I stuck my head out the door Easter morning, and was greeted by the sound of chirping birds and — more importantly — the feel of the sun’s warmth. It was, I decided, finally time.

Time to go topless.

And so I did.

I went topless to church Sunday, and that felt so good that I went topless to work Monday, too.

They say that “If you don’t like the weather in Tennessee, wait five minutes.” Truthfully, “they” say that about every state. But it’s especially true within North America’s transitional zone for weather, and Tennessee sits directly within that transitional zone.

Never has that saying been more accurate than this spring. We’ve experienced record warmth and record cold — within days of one another. And last week, just five days before topless weather finally arrived, we saw our latest accumulating snow in more than a half-century here in Oneida. The following morning, we dropped to a record 27 degrees, which wasn’t cold enough to do much harm to blooming fruit trees and other flowering trees — as first feared — but was plenty cold enough to kill hostas and a variety of other garden and landscaping favorites.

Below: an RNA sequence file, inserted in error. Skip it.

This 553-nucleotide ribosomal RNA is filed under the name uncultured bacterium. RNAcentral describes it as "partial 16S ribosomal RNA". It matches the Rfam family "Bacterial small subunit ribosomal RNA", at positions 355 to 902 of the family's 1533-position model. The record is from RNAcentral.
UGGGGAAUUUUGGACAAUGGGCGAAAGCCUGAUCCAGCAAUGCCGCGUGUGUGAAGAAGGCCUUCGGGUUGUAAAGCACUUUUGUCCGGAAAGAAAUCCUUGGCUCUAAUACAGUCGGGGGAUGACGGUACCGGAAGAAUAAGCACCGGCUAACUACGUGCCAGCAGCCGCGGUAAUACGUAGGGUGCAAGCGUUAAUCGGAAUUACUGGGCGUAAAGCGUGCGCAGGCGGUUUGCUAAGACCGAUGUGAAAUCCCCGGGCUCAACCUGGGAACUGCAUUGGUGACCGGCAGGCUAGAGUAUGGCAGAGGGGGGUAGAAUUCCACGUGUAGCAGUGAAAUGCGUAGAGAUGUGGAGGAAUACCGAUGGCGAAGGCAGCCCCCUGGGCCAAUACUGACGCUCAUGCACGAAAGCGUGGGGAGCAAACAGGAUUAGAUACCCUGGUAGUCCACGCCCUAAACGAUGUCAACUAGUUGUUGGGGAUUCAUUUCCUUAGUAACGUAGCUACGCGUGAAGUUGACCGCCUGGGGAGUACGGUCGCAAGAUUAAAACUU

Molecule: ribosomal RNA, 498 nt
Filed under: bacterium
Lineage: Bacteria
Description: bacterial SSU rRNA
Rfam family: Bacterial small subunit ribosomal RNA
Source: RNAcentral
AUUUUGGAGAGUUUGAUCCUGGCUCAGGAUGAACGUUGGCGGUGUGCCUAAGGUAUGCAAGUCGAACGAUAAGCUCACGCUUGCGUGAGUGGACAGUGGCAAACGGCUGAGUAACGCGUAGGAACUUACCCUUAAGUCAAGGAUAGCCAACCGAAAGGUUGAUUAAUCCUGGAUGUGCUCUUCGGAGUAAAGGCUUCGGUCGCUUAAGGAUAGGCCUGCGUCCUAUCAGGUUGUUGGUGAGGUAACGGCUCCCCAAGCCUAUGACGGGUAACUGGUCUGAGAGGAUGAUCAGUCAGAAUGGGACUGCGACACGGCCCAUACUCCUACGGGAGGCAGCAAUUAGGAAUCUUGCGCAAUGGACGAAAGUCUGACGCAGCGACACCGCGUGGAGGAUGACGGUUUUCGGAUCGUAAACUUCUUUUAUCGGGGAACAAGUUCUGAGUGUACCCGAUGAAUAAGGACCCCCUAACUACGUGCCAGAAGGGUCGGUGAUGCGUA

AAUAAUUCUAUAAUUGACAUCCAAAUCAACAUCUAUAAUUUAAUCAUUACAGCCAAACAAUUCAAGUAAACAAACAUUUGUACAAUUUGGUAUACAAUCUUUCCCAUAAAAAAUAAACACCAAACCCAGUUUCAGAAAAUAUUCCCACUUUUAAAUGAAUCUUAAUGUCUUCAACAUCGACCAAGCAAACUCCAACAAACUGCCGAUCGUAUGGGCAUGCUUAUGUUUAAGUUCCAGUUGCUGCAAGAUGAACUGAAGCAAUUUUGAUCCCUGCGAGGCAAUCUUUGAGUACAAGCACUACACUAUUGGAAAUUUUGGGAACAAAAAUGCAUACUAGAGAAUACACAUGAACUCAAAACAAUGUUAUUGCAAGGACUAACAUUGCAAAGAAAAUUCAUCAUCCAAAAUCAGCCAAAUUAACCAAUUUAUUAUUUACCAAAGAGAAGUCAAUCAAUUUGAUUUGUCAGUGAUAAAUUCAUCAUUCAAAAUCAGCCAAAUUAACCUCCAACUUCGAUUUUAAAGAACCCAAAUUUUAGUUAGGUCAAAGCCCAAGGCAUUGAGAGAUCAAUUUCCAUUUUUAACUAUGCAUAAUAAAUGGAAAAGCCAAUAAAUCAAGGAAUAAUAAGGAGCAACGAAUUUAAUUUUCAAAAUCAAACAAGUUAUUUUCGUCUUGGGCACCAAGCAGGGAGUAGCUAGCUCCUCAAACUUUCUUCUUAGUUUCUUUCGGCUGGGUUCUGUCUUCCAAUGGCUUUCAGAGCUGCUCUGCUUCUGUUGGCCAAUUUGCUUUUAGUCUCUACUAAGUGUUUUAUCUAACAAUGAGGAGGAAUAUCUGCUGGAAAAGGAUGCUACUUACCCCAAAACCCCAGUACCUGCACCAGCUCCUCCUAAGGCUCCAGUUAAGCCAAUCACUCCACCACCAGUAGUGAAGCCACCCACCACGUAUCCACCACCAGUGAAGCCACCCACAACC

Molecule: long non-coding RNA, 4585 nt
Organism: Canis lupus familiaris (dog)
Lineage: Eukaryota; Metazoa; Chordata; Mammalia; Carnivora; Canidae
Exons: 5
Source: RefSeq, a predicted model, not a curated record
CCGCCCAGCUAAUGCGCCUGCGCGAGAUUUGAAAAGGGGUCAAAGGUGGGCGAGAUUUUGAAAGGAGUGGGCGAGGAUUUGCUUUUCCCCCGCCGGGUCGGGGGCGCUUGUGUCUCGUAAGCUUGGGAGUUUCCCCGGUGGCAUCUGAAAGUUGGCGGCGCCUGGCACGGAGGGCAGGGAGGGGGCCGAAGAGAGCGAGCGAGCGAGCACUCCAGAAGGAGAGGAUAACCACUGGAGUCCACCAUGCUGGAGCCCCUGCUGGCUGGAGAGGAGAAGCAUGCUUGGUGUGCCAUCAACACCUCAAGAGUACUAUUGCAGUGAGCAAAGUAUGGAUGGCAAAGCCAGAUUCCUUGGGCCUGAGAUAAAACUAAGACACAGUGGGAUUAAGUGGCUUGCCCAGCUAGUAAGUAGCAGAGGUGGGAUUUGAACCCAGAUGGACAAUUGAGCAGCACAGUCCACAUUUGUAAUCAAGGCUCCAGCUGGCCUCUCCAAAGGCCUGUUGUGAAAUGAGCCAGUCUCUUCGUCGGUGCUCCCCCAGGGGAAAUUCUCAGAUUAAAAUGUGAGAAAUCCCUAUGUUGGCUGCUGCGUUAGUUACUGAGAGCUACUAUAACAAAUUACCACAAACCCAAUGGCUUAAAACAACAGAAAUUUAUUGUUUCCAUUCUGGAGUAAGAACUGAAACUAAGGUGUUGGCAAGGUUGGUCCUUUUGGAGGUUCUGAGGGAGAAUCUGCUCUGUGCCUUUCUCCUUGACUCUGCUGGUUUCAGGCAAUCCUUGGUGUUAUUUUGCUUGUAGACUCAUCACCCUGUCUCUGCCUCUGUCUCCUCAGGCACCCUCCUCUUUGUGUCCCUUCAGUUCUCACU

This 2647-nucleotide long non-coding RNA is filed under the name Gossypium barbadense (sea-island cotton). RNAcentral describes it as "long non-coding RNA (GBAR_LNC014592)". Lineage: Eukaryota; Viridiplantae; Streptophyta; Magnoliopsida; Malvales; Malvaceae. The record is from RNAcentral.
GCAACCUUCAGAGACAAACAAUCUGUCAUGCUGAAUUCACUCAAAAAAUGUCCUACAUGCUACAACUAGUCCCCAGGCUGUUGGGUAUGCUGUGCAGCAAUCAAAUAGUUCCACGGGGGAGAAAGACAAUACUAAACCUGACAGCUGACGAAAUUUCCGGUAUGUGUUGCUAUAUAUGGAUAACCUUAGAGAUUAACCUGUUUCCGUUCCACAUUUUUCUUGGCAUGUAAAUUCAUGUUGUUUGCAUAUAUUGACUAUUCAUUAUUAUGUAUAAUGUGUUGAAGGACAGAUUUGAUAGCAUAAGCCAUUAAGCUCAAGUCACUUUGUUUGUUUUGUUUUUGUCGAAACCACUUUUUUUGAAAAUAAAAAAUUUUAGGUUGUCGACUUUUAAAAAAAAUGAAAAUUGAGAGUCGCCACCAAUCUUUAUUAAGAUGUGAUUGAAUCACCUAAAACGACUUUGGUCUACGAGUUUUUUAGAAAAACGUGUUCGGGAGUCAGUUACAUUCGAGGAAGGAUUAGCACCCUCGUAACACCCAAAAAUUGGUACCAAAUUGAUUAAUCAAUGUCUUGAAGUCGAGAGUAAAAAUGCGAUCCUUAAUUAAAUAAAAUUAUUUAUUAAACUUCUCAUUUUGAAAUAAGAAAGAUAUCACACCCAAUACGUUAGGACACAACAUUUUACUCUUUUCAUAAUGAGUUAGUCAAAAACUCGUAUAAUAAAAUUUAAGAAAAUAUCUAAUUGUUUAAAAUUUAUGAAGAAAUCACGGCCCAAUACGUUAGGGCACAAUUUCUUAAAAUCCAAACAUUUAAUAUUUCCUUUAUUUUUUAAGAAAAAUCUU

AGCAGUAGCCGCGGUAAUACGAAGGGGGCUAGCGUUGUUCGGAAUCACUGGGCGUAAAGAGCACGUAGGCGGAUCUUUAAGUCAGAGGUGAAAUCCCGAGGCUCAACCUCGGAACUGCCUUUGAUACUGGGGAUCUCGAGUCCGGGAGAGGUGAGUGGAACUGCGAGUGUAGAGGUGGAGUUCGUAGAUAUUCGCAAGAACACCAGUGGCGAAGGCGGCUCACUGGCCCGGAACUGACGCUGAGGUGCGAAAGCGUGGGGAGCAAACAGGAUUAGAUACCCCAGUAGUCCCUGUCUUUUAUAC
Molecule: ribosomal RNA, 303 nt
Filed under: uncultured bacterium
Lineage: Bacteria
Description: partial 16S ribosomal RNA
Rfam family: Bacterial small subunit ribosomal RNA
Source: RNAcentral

But mother nature made up for that curve ball with a truly beautiful Easter weekend, and if long-range meteorologists are worth their salt, ol’ man winter has finally given up the ghost — spring is here to stay.

After the winter we’ve had, the first tick I find crawling on my arm will almost be a welcomed relief. In fact, I experienced my first mosquito bite of the season Sunday and almost didn’t squash his sorry blood-sucking self with the palm of my hand. (But just almost.)

Crappie are biting, bluegill will soon be spawning, and there are dozens of sandy spots along the BSF river bank just begging to have a tent pitched and a campfire lit.

And my Jeep top is stored away in the basement, where it will stay until October. (What kind of topless did you think I was talking about?)